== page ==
How Green Is My Building?

UT's "environmentally sustainable" project just kept outgrowing its budget

Four years ago, officials at the University of Texas Health Science Center trumpeted their determination to construct a unique nursing and biomedical sciences building in the Texas Medical Center. They vowed it would be a showcase for "stewarding resources, doing no harm, benefiting others in the present and future, and respecting the environment."

"We cannot profess to be genuine in our aims for health and well-being if we provide services in facilities that are unhealthy and economically wasteful," declared their manifesto. "Those are the kinds of disconnects that reflect poorly on all of us, and those for which we should have no tolerance."

Fast-forward to last month: The second of two architectural firms chosen to build the dream "green" building quit after it became apparent the project design was hopelessly over budget. That left the Health Science Center leadership -- already convulsed by staff layoffs, a $20 million budget shortfall and the abrupt resignation of chief executive Dr. M. David Low -- belatedly auditioning new candidates for the project. Estimates of spending on the aborted preliminary work range from the nearly $300,000 cited by HSC officials to more than $1 million by outside architectural sources.

Campus architect Taylor blames this defunct design on the team's failure to work together.
Deron Neblett
Campus architect Taylor blames this defunct design on the team's failure to work together.

In 1996 HSC sponsored an international competition that resulted in the selection of a husband-and-wife-owned design firm, Patkau of Vancouver, British Columbia. The firm is a leader in the field of "sustainable" architecture, which emphasizes energy conservation, recyclable building materials and designs for user-friendly interaction between buildings and surrounding natural spaces. Patkau submitted a preliminary design for the site on Holcombe Boulevard between the School of Public Health and Grant Fay Park. Plans included enough environmental bells and whistles to make a friend of the earth swoon.

On the roof would be a retention pool to harvest cool winter rains for irrigation during dry months. To take advantage of "fresh, outdoor air," windows that could open would be installed wherever possible. Natural light would penetrate every part of the building. But to avoid being cooked by summer sun, the flat roof would be topped by a parasol of solar panels and motorized louvers to shade the walls.

To make all these elements work, special consultants were required to work out mechanical, electrical and plumbing details. UT hired Ove Arup of San Francisco to handle the engineering design, while local firm Watkins Hamilton Ross was brought on board as the Texas-registered executive architect.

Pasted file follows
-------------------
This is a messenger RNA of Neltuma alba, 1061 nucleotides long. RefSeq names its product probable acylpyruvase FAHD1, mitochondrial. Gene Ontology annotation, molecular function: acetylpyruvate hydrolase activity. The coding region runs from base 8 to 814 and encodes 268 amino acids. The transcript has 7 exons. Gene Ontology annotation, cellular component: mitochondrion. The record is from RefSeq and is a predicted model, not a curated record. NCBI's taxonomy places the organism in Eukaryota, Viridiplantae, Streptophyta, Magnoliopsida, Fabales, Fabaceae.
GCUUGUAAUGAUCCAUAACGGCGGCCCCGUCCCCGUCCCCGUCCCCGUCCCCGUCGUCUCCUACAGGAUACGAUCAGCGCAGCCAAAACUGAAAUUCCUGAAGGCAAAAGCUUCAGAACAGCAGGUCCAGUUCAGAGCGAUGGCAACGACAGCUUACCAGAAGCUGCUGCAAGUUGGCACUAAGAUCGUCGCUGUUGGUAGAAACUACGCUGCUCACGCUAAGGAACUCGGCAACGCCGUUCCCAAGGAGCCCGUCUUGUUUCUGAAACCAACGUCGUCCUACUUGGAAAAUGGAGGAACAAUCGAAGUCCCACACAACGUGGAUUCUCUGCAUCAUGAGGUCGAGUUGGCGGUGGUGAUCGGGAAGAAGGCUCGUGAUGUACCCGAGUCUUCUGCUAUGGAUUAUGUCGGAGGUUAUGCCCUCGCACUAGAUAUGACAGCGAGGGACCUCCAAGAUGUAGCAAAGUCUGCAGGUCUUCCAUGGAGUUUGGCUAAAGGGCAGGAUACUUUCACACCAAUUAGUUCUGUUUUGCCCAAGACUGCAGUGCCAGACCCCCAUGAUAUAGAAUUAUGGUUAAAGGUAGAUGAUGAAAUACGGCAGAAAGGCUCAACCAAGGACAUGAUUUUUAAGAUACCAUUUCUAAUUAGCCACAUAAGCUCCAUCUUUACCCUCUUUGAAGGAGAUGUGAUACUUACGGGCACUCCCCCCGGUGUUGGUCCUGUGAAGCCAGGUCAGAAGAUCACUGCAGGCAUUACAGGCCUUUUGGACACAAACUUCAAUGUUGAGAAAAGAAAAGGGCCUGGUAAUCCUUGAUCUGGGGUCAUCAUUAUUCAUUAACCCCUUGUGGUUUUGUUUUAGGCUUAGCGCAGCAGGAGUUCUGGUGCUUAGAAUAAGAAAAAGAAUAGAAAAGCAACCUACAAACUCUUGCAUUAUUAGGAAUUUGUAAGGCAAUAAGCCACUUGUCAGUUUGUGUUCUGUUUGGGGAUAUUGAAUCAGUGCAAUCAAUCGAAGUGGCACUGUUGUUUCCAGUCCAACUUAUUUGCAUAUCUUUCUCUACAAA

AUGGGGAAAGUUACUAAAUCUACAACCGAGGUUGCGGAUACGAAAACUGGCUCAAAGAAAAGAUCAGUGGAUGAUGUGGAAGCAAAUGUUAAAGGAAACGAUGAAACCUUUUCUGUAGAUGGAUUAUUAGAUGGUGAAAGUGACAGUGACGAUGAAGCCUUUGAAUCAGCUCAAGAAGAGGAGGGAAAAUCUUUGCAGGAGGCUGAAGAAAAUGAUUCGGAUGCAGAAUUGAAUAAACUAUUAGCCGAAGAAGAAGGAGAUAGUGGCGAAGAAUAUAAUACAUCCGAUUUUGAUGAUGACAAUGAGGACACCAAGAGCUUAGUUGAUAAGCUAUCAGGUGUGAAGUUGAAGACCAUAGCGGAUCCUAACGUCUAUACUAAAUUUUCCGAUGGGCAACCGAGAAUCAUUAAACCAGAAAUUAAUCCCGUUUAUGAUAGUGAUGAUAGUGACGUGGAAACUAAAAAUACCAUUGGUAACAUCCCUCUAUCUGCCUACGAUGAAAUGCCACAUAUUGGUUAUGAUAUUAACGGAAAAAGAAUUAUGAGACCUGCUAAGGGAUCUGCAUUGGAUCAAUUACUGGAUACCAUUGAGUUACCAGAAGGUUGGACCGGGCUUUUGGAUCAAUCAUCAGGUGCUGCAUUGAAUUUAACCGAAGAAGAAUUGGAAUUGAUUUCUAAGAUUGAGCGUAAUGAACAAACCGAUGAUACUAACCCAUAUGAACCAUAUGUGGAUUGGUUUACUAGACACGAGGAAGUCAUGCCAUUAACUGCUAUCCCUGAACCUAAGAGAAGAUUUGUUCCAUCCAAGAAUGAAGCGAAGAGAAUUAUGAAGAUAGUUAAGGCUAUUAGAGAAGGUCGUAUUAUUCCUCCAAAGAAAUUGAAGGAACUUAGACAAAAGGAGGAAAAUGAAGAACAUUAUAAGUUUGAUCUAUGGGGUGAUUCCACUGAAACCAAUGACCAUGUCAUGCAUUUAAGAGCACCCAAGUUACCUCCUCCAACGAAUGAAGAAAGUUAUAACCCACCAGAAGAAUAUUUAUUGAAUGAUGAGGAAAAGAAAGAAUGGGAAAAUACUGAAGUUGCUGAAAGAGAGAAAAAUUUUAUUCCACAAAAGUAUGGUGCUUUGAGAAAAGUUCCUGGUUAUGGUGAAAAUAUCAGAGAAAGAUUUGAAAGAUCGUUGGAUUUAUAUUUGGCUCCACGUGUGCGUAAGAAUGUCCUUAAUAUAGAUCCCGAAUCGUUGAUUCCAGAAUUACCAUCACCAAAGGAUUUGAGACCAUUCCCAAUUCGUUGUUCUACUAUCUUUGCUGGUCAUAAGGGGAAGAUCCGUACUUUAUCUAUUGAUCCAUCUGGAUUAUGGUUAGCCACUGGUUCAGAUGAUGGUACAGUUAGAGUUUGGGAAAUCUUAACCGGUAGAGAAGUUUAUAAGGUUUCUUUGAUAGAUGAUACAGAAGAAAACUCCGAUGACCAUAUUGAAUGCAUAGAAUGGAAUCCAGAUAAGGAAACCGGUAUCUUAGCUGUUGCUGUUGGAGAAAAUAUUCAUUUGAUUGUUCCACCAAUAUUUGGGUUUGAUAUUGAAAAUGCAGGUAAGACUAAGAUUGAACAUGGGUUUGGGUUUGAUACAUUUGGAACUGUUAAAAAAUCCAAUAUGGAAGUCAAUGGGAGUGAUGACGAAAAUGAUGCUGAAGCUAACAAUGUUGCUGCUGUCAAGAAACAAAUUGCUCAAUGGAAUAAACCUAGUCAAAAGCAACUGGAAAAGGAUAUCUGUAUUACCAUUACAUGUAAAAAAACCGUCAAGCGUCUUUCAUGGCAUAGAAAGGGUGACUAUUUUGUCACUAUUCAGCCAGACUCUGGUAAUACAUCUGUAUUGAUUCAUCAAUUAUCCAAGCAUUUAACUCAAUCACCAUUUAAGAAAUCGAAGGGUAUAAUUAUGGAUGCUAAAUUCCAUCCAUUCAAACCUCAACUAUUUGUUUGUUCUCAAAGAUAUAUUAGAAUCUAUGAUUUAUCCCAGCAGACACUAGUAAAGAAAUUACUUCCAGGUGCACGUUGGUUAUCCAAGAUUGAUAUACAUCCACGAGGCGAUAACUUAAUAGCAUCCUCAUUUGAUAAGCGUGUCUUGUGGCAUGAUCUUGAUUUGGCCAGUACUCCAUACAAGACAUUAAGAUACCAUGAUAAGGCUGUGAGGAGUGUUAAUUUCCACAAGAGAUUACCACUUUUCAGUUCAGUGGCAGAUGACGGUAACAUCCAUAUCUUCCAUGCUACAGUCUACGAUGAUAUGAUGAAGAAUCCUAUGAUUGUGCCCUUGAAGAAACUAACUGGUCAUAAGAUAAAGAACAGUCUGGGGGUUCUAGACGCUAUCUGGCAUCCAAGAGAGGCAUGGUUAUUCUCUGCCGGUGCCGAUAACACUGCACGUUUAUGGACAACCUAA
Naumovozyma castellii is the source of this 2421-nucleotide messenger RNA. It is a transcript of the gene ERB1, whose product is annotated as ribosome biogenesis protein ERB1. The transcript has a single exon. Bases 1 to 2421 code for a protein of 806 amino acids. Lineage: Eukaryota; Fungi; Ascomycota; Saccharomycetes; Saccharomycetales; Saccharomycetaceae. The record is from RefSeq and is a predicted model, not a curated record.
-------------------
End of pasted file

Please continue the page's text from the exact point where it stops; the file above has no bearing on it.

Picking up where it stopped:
In their design narrative, John and Patricia Patkau explained that large buildings in Houston "respond to summer heat and humidity in much the same way that astronauts protect themselves from the alien environment of outer space through the creation of a completely sealed and mechanically supported space suit….While there is clearly a reason for this simple but extreme measure, it is also clear that Houston's climate, though extreme, is not alien to human life."

However, the building the Patkaus wanted to construct in Houston just might be alien to the budgetary life of the project. Partially financed by a surcharge on medical students, the UT Board of Regents approved the project at $40.1 million. Yet from the beginning, the Patkaus seemed to be designing for a $57 million to $60 million building. The team supervising the project, including current Health Sciences Center CEO John Porretto, Assistant VP Brian Yeoman and campus architect Rives Taylor, were oddly reluctant to put on the brakes. It was as if everyone was hoping that $20 million might fall from the sky into a budgetary retention pond.

Watkins Hamilton Ross joined the team in 1998, and firm principal David Watkins says the problem was apparent from day one.

"There was a failure to find a way to mesh the goals of the project with the budget realities," says Watkins. He notes that cost estimates by both his firm and UT's Office for Facilities Planning and Construction consistently indicated 40 to 60 percent overruns.

By the beginning of the year, tensions had reached the breaking point between Patkau and Health Science Center officials. The pressure was on to rework the design to bring down costs. According to Porretto, the changes would not have eliminated the environmental aspects of the structure, only some of the frills.

"We could not afford that," claims Porretto. "We did not feel comfortable spending money for aesthetics or design signatures of an architectural firm that wouldn't add anything to the academic, maintenance and operation of this building from a long-term perspective."

Campus architect Taylor blames the problems on Patkau and Watkins Hamilton's failure to work together. Porretto adds that continuing disputes between the two over fees and project share resulted in "too much collateral damage."

Neither John Patkau nor Watkins recalls any significant disputes between the firms over fees or control. "We did have disagreements over the design," allows Watkins. He believes that the Patkaus, "like a lot of designers, were clinging to things they should have given up sooner."

After it became apparent that a complete redesign was necessary to meet the budget, Patkau resigned in January.

John Patkau rejects Porretto's claim that the issue with the building was aesthetics rather than core environmental values. He says his firm's specialty is designing projects that combine aesthetics with sustainable architecture, and it became clear that the concept lacked support.

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